Calculating spectrogram of .wav files in python

Calculating spectrogram of .wav files in python

I am trying to calculate the spectrogram out of&nbsp;<code>.wav</code>&nbsp;files using Python. In an effort to do so, I am following the instructions that could be found&nbsp;<a href="https://haythamfayek.com/2016/04/21/speech-processing-for-machine-learning.html" target="_blank">in here</a>. I am firstly read&nbsp;<code>.wav</code>&nbsp;files using librosa library. The code found in the link works properly. That code is:

I am trying to calculate the spectrogram out of .wav files using Python. In an effort to do so, I am following the instructions that could be found in here. I am firstly read .wav files using librosa library. The code found in the link works properly. That code is:

sig, rate = librosa.load(file, sr = None)
sig = buf_to_int(sig, n_bytes=2)
spectrogram = sig2spec(rate, sig)

And the function sig2spec:

def sig2spec(signal, sample_rate):

Read the file.

sample_rate, signal = scipy.io.wavfile.read(filename)

signal = signal[0:int(1.5 * sample_rate)] # Keep the first 3.5 seconds

plt.plot(signal)

plt.show()

Pre-emphasis step: Amplification of the high frequencies (HF)

(1) balance the frequency spectrum since HF usually have smaller magnitudes compared to LF

(2) avoid numerical problems during the Fourier transform operation and

(3) may also improve the Signal-to-Noise Ratio (SNR).

pre_emphasis = 0.97 emphasized_signal = numpy.append(signal[0], signal[1:] - pre_emphasis * signal[:-1])

plt.plot(emphasized_signal)

plt.show()

Consequently, we split the signal into short time windows. We can safely make the assumption that

an audio signal is stationary over a small short period of time. Those windows size are balanced from the

parameter called frame_size, while the overlap between consecutive windows is controlled from the

variable frame_stride.

frame_size = 0.025 frame_stride = 0.01 frame_length, frame_step = frame_size * sample_rate, frame_stride * sample_rate # Convert from seconds to samples signal_length = len(emphasized_signal) frame_length = int(round(frame_length)) frame_step = int(round(frame_step)) num_frames = int(numpy.ceil(float(numpy.abs(signal_length - frame_length)) / frame_step))

Make sure that we have at least 1 frame

pad_signal_length = num_frames * frame_step + frame_length z = numpy.zeros((pad_signal_length - signal_length)) pad_signal = numpy.append(emphasized_signal, z)

Pad Signal to make sure that all frames have equal

number of samples without truncating any samples from the original signal

indices = numpy.tile(numpy.arange(0, frame_length), (num_frames, 1))
+ numpy.tile(numpy.arange(0, num_frames * frame_step, frame_step), (frame_length, 1)).T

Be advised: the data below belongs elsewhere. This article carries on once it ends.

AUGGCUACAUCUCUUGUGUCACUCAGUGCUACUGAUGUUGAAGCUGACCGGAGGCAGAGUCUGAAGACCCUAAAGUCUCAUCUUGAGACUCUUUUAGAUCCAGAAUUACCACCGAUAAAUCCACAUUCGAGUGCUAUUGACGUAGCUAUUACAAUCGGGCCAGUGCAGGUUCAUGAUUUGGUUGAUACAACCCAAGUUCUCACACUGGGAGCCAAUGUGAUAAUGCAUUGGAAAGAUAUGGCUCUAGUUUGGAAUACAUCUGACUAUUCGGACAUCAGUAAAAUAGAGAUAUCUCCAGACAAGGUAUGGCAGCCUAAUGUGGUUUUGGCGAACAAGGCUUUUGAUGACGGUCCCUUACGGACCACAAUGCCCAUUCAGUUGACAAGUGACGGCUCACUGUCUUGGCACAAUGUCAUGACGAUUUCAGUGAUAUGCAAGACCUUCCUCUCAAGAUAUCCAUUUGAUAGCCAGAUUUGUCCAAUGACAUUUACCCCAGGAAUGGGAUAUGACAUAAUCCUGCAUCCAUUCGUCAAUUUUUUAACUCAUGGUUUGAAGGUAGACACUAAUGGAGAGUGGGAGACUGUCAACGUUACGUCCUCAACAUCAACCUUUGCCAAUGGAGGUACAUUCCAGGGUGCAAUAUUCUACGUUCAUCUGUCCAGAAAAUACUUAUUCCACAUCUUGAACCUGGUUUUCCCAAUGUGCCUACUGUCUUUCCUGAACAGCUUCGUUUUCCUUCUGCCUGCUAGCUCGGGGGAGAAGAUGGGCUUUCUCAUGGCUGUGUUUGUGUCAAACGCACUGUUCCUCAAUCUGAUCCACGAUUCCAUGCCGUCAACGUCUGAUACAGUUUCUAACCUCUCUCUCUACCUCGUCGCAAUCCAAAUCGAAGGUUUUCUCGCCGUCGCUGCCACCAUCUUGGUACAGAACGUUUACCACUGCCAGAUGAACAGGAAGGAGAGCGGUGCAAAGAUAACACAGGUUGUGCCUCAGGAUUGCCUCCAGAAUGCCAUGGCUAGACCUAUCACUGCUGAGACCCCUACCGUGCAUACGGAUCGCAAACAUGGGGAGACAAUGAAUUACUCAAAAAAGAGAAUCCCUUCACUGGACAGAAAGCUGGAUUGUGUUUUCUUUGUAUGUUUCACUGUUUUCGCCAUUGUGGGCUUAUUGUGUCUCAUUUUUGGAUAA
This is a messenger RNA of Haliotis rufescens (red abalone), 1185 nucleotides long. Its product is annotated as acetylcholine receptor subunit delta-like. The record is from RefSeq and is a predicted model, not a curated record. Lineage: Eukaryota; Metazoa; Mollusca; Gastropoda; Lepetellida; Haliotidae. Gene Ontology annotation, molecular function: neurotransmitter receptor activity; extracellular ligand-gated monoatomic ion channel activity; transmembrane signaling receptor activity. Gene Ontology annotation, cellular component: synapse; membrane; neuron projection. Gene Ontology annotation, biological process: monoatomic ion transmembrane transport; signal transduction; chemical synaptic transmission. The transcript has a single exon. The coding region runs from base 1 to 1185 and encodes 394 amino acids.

frames = pad_signal[indices.astype(numpy.int32, copy=False)]

Apply hamming windows. The rationale behind that is the assumption made by the FFT that the data

is infinite and to reduce spectral leakage.

frames *= numpy.hamming(frame_length)

Fourier-Transform and Power Spectrum

nfft = 2048 mag_frames = numpy.absolute(numpy.fft.rfft(frames, nfft)) # Magnitude of the FFT pow_frames = ((1.0 / nfft) * (mag_frames ** 2)) # Power Spectrum

Transform the FFT to MEL scale

nfilt = 40 low_freq_mel = 0 high_freq_mel = (2595 * numpy.log10(1 + (sample_rate / 2) / 700)) # Convert Hz to Mel mel_points = numpy.linspace(low_freq_mel, high_freq_mel, nfilt + 2) # Equally spaced in Mel scale hz_points = (700 * (10 ** (mel_points / 2595) - 1)) # Convert Mel to Hz bin = numpy.floor((nfft + 1) * hz_points / sample_rate)

fbank = numpy.zeros((nfilt, int(numpy.floor(nfft / 2 + 1)))) for m in range(1, nfilt + 1): f_m_minus = int(bin[m - 1]) # left f_m = int(bin[m]) # center f_m_plus = int(bin[m + 1]) # right

for k in range(f_m_minus, f_m):
    fbank[m - 1, k] = (k - bin[m - 1]) / (bin[m] - bin[m - 1])
for k in range(f_m, f_m_plus):
    fbank[m - 1, k] = (bin[m + 1] - k) / (bin[m + 1] - bin[m])

filter_banks = numpy.dot(pow_frames, fbank.T) filter_banks = numpy.where(filter_banks == 0, numpy.finfo(float).eps, filter_banks) # Numerical Stability filter_banks = 20 * numpy.log10(filter_banks) # dB

return (filter_banks/ np.amax(filter_banks))*255

I can produce images that look like:

However, in some cases my spectrogram looks like:

Something really weird is happening since at the beginning of the signal there are some blue stripes in the images that I do not understand if they really mean something or there is an error when calculating the spectrogram. I guess the issue is related to normalization, but I am not sure what is exactly.

EDIT: I tried to use the recommended librosa from the library:

sig, rate = librosa.load("audio.wav", sr = None)
spectrogram = librosa.feature.melspectrogram(y=sig, sr=rate)
spec_shape = spectrogram.shape
fig = plt.figure(figsize=(spec_shape), dpi=5)
lidis.specshow(spectrogram.T, cmap=cm.jet)
plt.tight_layout()
plt.savefig("spec.jpg")

The spec now is almost everywhere dark blue:


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